Iraq's government spokesman said Monday the U.S. offers of changes to a draft security agreement were “not enough” and asked Washington to offer new amendments if it wants the pact to win parliamentary approval.
The U.S. submitted a response last week to an Iraqi request for changes in the draft agreement, which would keep U.S. troops in Iraq until 2012 and give Iraq a greater role in the management of the U.S. mission. The comments by spokesman Ali al-Dabbagh were the first response by the Iraqis.
There was no immediate comment from U.S. officials, who had described the latest draft submitted to the Iraqis as a “final text.”
Privately, however, some U.S. officials have said they expect protracted haggling over the agreement, with the Iraqis pressing for more concessions until the last minute.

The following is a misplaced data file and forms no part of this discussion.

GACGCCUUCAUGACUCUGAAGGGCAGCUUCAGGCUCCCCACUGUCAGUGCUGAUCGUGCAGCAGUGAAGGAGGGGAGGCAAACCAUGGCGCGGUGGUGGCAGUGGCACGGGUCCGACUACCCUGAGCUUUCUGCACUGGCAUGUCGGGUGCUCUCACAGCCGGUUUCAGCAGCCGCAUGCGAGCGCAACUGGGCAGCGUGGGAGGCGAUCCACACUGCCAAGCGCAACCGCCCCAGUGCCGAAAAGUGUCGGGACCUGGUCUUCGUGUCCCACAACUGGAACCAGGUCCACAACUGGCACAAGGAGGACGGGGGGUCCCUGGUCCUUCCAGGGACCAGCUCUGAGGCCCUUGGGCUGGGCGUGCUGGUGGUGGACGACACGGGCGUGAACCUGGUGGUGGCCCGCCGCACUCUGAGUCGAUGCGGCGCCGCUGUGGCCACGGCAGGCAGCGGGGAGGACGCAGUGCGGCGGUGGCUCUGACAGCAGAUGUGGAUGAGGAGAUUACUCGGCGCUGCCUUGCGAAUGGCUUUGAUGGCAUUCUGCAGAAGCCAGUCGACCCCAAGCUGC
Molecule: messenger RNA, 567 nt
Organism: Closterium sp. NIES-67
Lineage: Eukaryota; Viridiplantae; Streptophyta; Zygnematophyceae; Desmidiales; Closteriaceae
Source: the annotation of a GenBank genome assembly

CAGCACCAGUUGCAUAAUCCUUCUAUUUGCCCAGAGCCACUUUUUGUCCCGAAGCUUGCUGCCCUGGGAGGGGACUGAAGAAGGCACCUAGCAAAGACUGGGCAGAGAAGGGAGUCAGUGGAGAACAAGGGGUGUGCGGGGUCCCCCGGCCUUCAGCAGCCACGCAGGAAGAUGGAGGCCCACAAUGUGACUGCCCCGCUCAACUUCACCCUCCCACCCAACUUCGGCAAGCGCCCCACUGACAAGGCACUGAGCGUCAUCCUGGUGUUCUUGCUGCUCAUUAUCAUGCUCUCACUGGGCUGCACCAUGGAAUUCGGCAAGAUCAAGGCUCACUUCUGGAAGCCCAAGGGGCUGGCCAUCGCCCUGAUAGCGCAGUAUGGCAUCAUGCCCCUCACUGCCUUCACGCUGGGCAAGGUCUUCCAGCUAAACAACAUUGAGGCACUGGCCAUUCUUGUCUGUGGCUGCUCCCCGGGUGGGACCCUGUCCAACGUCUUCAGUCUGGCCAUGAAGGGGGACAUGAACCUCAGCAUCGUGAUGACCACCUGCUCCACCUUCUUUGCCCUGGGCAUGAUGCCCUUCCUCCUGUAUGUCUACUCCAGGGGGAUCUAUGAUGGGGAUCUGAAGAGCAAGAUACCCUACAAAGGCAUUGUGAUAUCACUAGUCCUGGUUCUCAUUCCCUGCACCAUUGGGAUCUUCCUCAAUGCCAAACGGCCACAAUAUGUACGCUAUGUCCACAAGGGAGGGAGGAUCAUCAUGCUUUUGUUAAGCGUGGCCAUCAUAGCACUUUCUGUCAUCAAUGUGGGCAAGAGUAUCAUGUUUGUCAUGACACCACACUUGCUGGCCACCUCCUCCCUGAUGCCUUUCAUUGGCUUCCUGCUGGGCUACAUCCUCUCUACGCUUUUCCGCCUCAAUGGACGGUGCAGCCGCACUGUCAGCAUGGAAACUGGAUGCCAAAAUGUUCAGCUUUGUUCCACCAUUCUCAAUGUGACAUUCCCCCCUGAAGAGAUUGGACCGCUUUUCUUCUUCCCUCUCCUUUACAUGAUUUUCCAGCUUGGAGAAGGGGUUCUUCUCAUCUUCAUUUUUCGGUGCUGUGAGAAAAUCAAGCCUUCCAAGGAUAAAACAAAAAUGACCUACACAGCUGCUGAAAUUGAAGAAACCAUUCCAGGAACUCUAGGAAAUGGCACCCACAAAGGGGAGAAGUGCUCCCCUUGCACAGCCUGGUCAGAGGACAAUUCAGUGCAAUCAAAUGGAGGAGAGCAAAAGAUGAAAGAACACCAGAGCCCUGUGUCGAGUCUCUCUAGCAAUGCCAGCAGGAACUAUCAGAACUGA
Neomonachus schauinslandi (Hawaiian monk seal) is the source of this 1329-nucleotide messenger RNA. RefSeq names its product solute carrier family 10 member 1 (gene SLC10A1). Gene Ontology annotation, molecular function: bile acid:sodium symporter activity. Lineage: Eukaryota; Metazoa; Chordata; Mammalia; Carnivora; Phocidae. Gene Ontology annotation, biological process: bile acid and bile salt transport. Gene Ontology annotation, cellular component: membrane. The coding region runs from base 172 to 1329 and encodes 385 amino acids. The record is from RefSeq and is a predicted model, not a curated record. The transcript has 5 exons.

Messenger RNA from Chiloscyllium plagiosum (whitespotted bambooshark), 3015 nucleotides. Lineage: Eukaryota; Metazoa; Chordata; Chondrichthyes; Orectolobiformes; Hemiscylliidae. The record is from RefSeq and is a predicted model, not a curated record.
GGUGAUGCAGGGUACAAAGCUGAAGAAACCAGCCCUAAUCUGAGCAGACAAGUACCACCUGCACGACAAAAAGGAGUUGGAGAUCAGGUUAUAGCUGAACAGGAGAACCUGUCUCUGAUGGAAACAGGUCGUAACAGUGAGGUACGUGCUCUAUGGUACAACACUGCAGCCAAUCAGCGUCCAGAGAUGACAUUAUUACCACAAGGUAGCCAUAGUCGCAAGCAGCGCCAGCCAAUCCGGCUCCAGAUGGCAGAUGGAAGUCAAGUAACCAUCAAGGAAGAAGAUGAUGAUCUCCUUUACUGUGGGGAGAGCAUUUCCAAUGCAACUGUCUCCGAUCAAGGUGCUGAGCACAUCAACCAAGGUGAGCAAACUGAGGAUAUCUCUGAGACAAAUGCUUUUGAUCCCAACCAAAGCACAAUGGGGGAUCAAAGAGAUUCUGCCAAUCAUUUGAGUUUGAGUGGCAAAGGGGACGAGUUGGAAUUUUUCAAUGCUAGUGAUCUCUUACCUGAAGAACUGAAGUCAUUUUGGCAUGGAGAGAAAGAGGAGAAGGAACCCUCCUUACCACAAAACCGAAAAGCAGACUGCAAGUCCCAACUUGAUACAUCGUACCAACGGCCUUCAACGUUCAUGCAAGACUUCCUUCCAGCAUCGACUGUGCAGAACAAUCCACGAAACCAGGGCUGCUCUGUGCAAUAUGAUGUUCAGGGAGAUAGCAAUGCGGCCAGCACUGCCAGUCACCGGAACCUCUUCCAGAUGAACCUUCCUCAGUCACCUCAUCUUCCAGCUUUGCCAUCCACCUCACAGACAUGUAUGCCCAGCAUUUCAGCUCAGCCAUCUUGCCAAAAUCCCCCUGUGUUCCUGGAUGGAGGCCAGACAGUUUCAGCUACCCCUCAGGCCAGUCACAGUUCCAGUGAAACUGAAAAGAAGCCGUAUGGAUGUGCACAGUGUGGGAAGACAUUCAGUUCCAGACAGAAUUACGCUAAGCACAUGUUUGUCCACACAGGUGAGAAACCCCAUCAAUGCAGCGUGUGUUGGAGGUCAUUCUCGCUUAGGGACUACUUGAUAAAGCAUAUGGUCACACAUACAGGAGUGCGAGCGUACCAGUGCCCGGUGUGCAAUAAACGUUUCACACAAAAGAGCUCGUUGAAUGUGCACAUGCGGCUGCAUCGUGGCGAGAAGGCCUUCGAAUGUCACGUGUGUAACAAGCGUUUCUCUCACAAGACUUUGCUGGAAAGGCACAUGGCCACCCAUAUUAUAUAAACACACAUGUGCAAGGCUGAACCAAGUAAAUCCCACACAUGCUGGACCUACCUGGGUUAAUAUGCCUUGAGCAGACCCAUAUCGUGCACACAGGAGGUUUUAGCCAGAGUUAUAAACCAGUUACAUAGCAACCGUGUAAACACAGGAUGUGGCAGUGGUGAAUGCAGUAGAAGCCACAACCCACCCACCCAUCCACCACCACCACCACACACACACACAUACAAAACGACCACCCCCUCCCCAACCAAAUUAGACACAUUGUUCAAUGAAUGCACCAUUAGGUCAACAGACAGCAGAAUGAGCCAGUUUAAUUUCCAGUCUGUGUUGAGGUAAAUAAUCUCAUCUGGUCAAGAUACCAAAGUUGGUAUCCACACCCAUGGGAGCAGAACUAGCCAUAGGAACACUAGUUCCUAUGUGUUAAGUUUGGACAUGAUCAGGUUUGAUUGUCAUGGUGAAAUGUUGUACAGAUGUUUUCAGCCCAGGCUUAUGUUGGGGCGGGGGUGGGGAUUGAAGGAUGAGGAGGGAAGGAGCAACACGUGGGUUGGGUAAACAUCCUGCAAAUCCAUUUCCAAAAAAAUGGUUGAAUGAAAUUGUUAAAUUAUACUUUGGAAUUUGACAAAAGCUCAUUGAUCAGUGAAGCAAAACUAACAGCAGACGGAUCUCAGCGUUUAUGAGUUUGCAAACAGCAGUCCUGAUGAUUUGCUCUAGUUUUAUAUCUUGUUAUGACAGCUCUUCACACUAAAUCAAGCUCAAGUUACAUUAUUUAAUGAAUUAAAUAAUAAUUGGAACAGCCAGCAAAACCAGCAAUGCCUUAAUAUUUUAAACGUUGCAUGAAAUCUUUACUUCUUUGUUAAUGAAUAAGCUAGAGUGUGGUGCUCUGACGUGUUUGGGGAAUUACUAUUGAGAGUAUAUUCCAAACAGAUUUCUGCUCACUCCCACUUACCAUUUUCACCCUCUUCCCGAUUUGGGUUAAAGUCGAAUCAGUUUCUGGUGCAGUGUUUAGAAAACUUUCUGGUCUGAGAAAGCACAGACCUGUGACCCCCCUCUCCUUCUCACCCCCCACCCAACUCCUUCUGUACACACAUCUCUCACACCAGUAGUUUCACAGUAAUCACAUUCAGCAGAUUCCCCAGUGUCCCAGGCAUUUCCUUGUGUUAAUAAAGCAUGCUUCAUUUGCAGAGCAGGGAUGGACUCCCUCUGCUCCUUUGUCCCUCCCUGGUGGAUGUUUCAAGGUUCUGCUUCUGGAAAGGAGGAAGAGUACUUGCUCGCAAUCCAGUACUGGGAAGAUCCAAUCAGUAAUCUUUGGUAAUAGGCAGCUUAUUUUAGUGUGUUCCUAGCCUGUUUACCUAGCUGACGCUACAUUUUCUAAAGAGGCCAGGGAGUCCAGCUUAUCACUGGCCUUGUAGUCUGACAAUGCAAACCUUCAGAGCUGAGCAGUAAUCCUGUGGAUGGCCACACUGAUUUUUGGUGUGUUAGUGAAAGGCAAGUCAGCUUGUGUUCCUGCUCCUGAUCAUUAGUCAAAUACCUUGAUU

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“The American answer is not enough for the government to accept it in its current form,” al-Dabbagh told the Associated Press. “There are still some points in which we have not reached a bilateral understanding.”
Al-Dabbagh said the government was inviting the U.S. “to give answers that are suitable to the Iraqis.”
The agreement must be approved by parliament before the Dec. 31 expiration of the U.N. mandate that allows U.S. troops to operate legally. Without an agreement or a new U.N. mandate, U.S. military operations would have to stop as of Jan. 1.
Al-Dabbagh did not detail what points the Iraqis still find unacceptable, but they probably include Baghdad's demand for expanded legal jurisdiction over U.S. soldiers.
The current draft allows Iraqi courts to prosecute soldiers accused of major, premeditated crimes allegedly committed off post and off duty. The Iraqis had asked for elaboration on those charges and a greater role in determining whether specific cases met the criteria for trial in their courts.
But the agreement faces strong opposition, especially within the majority Shiite community, Prime Minister Nouri al-Maliki's political support. Several influential Shiite clerics have spoken out against the deal, and radical cleric Muqtada al-Sadr has vowed to oppose it.